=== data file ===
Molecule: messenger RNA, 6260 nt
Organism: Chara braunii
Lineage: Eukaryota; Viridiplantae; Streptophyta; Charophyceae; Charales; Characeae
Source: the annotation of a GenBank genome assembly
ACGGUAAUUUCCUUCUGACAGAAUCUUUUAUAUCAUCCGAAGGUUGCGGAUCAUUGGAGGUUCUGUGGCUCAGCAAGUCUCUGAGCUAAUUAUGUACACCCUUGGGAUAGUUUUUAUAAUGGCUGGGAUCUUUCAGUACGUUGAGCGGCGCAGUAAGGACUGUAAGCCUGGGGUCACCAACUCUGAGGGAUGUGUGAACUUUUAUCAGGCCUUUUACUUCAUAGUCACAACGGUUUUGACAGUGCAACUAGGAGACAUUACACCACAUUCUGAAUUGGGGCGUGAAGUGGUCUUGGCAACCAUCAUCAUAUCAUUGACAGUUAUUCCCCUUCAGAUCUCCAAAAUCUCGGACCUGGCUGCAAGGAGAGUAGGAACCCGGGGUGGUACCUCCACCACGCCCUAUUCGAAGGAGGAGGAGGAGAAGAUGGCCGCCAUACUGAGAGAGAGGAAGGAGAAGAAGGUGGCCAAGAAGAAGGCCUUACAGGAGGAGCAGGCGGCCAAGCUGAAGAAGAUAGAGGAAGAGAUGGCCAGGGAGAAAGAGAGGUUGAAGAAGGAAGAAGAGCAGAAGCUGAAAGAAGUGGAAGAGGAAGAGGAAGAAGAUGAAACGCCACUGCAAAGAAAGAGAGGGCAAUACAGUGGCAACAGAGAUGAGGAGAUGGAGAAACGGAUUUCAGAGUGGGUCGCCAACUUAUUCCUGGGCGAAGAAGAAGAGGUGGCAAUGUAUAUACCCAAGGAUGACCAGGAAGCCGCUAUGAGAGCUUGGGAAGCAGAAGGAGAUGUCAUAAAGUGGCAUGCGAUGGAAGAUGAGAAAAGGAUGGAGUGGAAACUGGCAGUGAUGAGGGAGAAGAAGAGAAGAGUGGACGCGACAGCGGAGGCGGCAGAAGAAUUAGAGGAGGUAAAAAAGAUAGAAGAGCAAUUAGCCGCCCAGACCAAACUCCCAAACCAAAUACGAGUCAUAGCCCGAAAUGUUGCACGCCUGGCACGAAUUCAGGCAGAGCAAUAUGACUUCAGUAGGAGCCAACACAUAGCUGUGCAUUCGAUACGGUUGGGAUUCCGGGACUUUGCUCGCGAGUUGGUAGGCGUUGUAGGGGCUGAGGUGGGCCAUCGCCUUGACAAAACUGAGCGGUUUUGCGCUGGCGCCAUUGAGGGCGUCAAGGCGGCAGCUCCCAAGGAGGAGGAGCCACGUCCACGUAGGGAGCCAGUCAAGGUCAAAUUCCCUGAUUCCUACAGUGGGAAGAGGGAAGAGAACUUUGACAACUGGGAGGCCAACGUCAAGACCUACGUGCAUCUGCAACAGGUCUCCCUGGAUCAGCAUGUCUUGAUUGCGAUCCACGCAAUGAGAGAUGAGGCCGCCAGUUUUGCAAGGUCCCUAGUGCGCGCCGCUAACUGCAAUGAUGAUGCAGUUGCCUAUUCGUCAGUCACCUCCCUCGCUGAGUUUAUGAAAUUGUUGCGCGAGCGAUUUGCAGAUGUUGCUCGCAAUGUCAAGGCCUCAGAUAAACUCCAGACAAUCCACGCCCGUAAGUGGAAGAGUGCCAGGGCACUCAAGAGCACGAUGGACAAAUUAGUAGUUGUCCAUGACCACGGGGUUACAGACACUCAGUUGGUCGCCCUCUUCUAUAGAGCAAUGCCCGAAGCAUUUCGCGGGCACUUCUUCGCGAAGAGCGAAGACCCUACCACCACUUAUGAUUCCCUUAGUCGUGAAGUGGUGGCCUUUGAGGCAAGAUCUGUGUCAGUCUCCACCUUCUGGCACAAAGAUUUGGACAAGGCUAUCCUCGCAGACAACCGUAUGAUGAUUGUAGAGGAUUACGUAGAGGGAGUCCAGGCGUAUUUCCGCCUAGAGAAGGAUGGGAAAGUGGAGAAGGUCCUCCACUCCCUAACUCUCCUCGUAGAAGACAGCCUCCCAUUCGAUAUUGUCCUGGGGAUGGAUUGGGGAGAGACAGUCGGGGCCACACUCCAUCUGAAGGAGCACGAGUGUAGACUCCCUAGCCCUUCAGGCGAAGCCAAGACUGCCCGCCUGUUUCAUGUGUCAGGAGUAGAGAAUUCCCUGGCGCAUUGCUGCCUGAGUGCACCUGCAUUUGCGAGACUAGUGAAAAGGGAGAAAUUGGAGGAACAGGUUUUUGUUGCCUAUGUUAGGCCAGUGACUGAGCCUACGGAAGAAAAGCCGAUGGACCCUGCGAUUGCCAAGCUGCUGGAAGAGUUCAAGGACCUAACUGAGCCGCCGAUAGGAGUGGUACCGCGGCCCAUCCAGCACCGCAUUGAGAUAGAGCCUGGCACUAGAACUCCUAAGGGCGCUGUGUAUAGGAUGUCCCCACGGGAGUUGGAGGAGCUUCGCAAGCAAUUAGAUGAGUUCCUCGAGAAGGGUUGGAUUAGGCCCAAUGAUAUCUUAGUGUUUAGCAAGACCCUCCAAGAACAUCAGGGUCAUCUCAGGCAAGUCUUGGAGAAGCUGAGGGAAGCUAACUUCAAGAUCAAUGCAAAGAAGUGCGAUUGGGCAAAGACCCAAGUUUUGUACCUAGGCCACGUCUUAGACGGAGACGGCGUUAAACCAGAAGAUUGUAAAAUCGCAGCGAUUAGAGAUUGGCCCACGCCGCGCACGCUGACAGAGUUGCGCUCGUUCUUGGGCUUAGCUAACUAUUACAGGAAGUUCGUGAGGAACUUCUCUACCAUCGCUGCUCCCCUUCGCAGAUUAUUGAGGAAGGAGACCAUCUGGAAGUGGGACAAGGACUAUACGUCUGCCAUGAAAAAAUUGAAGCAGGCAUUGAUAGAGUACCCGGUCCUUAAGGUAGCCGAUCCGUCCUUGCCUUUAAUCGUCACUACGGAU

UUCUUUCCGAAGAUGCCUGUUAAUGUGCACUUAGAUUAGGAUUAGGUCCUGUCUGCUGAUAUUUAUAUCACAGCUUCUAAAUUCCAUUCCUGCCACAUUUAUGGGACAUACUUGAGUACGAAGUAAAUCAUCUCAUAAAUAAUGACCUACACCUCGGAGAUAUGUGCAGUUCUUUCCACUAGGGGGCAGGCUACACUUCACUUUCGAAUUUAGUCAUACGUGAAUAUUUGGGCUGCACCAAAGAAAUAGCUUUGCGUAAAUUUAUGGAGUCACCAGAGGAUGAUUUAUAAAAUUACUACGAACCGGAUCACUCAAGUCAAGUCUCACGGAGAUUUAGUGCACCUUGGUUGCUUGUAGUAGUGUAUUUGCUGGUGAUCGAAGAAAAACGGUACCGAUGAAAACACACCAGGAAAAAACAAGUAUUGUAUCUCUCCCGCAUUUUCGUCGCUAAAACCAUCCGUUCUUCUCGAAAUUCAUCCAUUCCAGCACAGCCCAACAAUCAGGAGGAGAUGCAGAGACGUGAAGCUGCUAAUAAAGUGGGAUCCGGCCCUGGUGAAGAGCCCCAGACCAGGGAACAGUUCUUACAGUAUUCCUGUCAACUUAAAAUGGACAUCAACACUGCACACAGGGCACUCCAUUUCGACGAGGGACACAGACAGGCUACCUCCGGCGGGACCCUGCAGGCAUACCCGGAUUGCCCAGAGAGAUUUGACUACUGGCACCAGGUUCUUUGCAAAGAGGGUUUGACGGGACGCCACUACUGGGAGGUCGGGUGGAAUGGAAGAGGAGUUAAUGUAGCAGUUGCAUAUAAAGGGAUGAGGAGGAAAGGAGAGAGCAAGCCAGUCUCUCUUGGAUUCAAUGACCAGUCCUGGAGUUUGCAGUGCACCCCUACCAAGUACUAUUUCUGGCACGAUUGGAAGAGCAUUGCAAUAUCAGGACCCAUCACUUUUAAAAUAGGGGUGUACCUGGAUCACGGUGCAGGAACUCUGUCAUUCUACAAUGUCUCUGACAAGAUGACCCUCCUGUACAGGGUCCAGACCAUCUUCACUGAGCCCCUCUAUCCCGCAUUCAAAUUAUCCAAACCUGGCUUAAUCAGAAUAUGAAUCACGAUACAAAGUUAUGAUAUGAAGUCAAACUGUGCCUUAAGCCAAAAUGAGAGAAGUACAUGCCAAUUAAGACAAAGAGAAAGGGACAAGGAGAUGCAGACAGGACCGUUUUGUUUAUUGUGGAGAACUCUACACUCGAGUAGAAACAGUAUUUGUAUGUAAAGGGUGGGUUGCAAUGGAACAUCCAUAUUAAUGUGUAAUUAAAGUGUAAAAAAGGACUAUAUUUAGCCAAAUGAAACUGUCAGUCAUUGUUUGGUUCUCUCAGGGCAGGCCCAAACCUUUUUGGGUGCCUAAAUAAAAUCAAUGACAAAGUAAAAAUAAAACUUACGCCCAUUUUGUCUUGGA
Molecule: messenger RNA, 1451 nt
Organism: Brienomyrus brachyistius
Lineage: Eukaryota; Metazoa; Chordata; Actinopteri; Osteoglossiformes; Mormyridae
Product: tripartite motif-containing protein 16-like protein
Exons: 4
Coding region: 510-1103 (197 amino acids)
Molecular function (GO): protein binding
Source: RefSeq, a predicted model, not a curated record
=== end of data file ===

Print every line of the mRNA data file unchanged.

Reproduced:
Molecule: messenger RNA, 6260 nt
Organism: Chara braunii
Lineage: Eukaryota; Viridiplantae; Streptophyta; Charophyceae; Charales; Characeae
Source: the annotation of a GenBank genome assembly
ACGGUAAUUUCCUUCUGACAGAAUCUUUUAUAUCAUCCGAAGGUUGCGGAUCAUUGGAGGUUCUGUGGCUCAGCAAGUCUCUGAGCUAAUUAUGUACACCCUUGGGAUAGUUUUUAUAAUGGCUGGGAUCUUUCAGUACGUUGAGCGGCGCAGUAAGGACUGUAAGCCUGGGGUCACCAACUCUGAGGGAUGUGUGAACUUUUAUCAGGCCUUUUACUUCAUAGUCACAACGGUUUUGACAGUGCAACUAGGAGACAUUACACCACAUUCUGAAUUGGGGCGUGAAGUGGUCUUGGCAACCAUCAUCAUAUCAUUGACAGUUAUUCCCCUUCAGAUCUCCAAAAUCUCGGACCUGGCUGCAAGGAGAGUAGGAACCCGGGGUGGUACCUCCACCACGCCCUAUUCGAAGGAGGAGGAGGAGAAGAUGGCCGCCAUACUGAGAGAGAGGAAGGAGAAGAAGGUGGCCAAGAAGAAGGCCUUACAGGAGGAGCAGGCGGCCAAGCUGAAGAAGAUAGAGGAAGAGAUGGCCAGGGAGAAAGAGAGGUUGAAGAAGGAAGAAGAGCAGAAGCUGAAAGAAGUGGAAGAGGAAGAGGAAGAAGAUGAAACGCCACUGCAAAGAAAGAGAGGGCAAUACAGUGGCAACAGAGAUGAGGAGAUGGAGAAACGGAUUUCAGAGUGGGUCGCCAACUUAUUCCUGGGCGAAGAAGAAGAGGUGGCAAUGUAUAUACCCAAGGAUGACCAGGAAGCCGCUAUGAGAGCUUGGGAAGCAGAAGGAGAUGUCAUAAAGUGGCAUGCGAUGGAAGAUGAGAAAAGGAUGGAGUGGAAACUGGCAGUGAUGAGGGAGAAGAAGAGAAGAGUGGACGCGACAGCGGAGGCGGCAGAAGAAUUAGAGGAGGUAAAAAAGAUAGAAGAGCAAUUAGCCGCCCAGACCAAACUCCCAAACCAAAUACGAGUCAUAGCCCGAAAUGUUGCACGCCUGGCACGAAUUCAGGCAGAGCAAUAUGACUUCAGUAGGAGCCAACACAUAGCUGUGCAUUCGAUACGGUUGGGAUUCCGGGACUUUGCUCGCGAGUUGGUAGGCGUUGUAGGGGCUGAGGUGGGCCAUCGCCUUGACAAAACUGAGCGGUUUUGCGCUGGCGCCAUUGAGGGCGUCAAGGCGGCAGCUCCCAAGGAGGAGGAGCCACGUCCACGUAGGGAGCCAGUCAAGGUCAAAUUCCCUGAUUCCUACAGUGGGAAGAGGGAAGAGAACUUUGACAACUGGGAGGCCAACGUCAAGACCUACGUGCAUCUGCAACAGGUCUCCCUGGAUCAGCAUGUCUUGAUUGCGAUCCACGCAAUGAGAGAUGAGGCCGCCAGUUUUGCAAGGUCCCUAGUGCGCGCCGCUAACUGCAAUGAUGAUGCAGUUGCCUAUUCGUCAGUCACCUCCCUCGCUGAGUUUAUGAAAUUGUUGCGCGAGCGAUUUGCAGAUGUUGCUCGCAAUGUCAAGGCCUCAGAUAAACUCCAGACAAUCCACGCCCGUAAGUGGAAGAGUGCCAGGGCACUCAAGAGCACGAUGGACAAAUUAGUAGUUGUCCAUGACCACGGGGUUACAGACACUCAGUUGGUCGCCCUCUUCUAUAGAGCAAUGCCCGAAGCAUUUCGCGGGCACUUCUUCGCGAAGAGCGAAGACCCUACCACCACUUAUGAUUCCCUUAGUCGUGAAGUGGUGGCCUUUGAGGCAAGAUCUGUGUCAGUCUCCACCUUCUGGCACAAAGAUUUGGACAAGGCUAUCCUCGCAGACAACCGUAUGAUGAUUGUAGAGGAUUACGUAGAGGGAGUCCAGGCGUAUUUCCGCCUAGAGAAGGAUGGGAAAGUGGAGAAGGUCCUCCACUCCCUAACUCUCCUCGUAGAAGACAGCCUCCCAUUCGAUAUUGUCCUGGGGAUGGAUUGGGGAGAGACAGUCGGGGCCACACUCCAUCUGAAGGAGCACGAGUGUAGACUCCCUAGCCCUUCAGGCGAAGCCAAGACUGCCCGCCUGUUUCAUGUGUCAGGAGUAGAGAAUUCCCUGGCGCAUUGCUGCCUGAGUGCACCUGCAUUUGCGAGACUAGUGAAAAGGGAGAAAUUGGAGGAACAGGUUUUUGUUGCCUAUGUUAGGCCAGUGACUGAGCCUACGGAAGAAAAGCCGAUGGACCCUGCGAUUGCCAAGCUGCUGGAAGAGUUCAAGGACCUAACUGAGCCGCCGAUAGGAGUGGUACCGCGGCCCAUCCAGCACCGCAUUGAGAUAGAGCCUGGCACUAGAACUCCUAAGGGCGCUGUGUAUAGGAUGUCCCCACGGGAGUUGGAGGAGCUUCGCAAGCAAUUAGAUGAGUUCCUCGAGAAGGGUUGGAUUAGGCCCAAUGAUAUCUUAGUGUUUAGCAAGACCCUCCAAGAACAUCAGGGUCAUCUCAGGCAAGUCUUGGAGAAGCUGAGGGAAGCUAACUUCAAGAUCAAUGCAAAGAAGUGCGAUUGGGCAAAGACCCAAGUUUUGUACCUAGGCCACGUCUUAGACGGAGACGGCGUUAAACCAGAAGAUUGUAAAAUCGCAGCGAUUAGAGAUUGGCCCACGCCGCGCACGCUGACAGAGUUGCGCUCGUUCUUGGGCUUAGCUAACUAUUACAGGAAGUUCGUGAGGAACUUCUCUACCAUCGCUGCUCCCCUUCGCAGAUUAUUGAGGAAGGAGACCAUCUGGAAGUGGGACAAGGACUAUACGUCUGCCAUGAAAAAAUUGAAGCAGGCAUUGAUAGAGUACCCGGUCCUUAAGGUAGCCGAUCCGUCCUUGCCUUUAAUCGUCACUACGGAU

UUCUUUCCGAAGAUGCCUGUUAAUGUGCACUUAGAUUAGGAUUAGGUCCUGUCUGCUGAUAUUUAUAUCACAGCUUCUAAAUUCCAUUCCUGCCACAUUUAUGGGACAUACUUGAGUACGAAGUAAAUCAUCUCAUAAAUAAUGACCUACACCUCGGAGAUAUGUGCAGUUCUUUCCACUAGGGGGCAGGCUACACUUCACUUUCGAAUUUAGUCAUACGUGAAUAUUUGGGCUGCACCAAAGAAAUAGCUUUGCGUAAAUUUAUGGAGUCACCAGAGGAUGAUUUAUAAAAUUACUACGAACCGGAUCACUCAAGUCAAGUCUCACGGAGAUUUAGUGCACCUUGGUUGCUUGUAGUAGUGUAUUUGCUGGUGAUCGAAGAAAAACGGUACCGAUGAAAACACACCAGGAAAAAACAAGUAUUGUAUCUCUCCCGCAUUUUCGUCGCUAAAACCAUCCGUUCUUCUCGAAAUUCAUCCAUUCCAGCACAGCCCAACAAUCAGGAGGAGAUGCAGAGACGUGAAGCUGCUAAUAAAGUGGGAUCCGGCCCUGGUGAAGAGCCCCAGACCAGGGAACAGUUCUUACAGUAUUCCUGUCAACUUAAAAUGGACAUCAACACUGCACACAGGGCACUCCAUUUCGACGAGGGACACAGACAGGCUACCUCCGGCGGGACCCUGCAGGCAUACCCGGAUUGCCCAGAGAGAUUUGACUACUGGCACCAGGUUCUUUGCAAAGAGGGUUUGACGGGACGCCACUACUGGGAGGUCGGGUGGAAUGGAAGAGGAGUUAAUGUAGCAGUUGCAUAUAAAGGGAUGAGGAGGAAAGGAGAGAGCAAGCCAGUCUCUCUUGGAUUCAAUGACCAGUCCUGGAGUUUGCAGUGCACCCCUACCAAGUACUAUUUCUGGCACGAUUGGAAGAGCAUUGCAAUAUCAGGACCCAUCACUUUUAAAAUAGGGGUGUACCUGGAUCACGGUGCAGGAACUCUGUCAUUCUACAAUGUCUCUGACAAGAUGACCCUCCUGUACAGGGUCCAGACCAUCUUCACUGAGCCCCUCUAUCCCGCAUUCAAAUUAUCCAAACCUGGCUUAAUCAGAAUAUGAAUCACGAUACAAAGUUAUGAUAUGAAGUCAAACUGUGCCUUAAGCCAAAAUGAGAGAAGUACAUGCCAAUUAAGACAAAGAGAAAGGGACAAGGAGAUGCAGACAGGACCGUUUUGUUUAUUGUGGAGAACUCUACACUCGAGUAGAAACAGUAUUUGUAUGUAAAGGGUGGGUUGCAAUGGAACAUCCAUAUUAAUGUGUAAUUAAAGUGUAAAAAAGGACUAUAUUUAGCCAAAUGAAACUGUCAGUCAUUGUUUGGUUCUCUCAGGGCAGGCCCAAACCUUUUUGGGUGCCUAAAUAAAAUCAAUGACAAAGUAAAAAUAAAACUUACGCCCAUUUUGUCUUGGA
Molecule: messenger RNA, 1451 nt
Organism: Brienomyrus brachyistius
Lineage: Eukaryota; Metazoa; Chordata; Actinopteri; Osteoglossiformes; Mormyridae
Product: tripartite motif-containing protein 16-like protein
Exons: 4
Coding region: 510-1103 (197 amino acids)
Molecular function (GO): protein binding
Source: RefSeq, a predicted model, not a curated record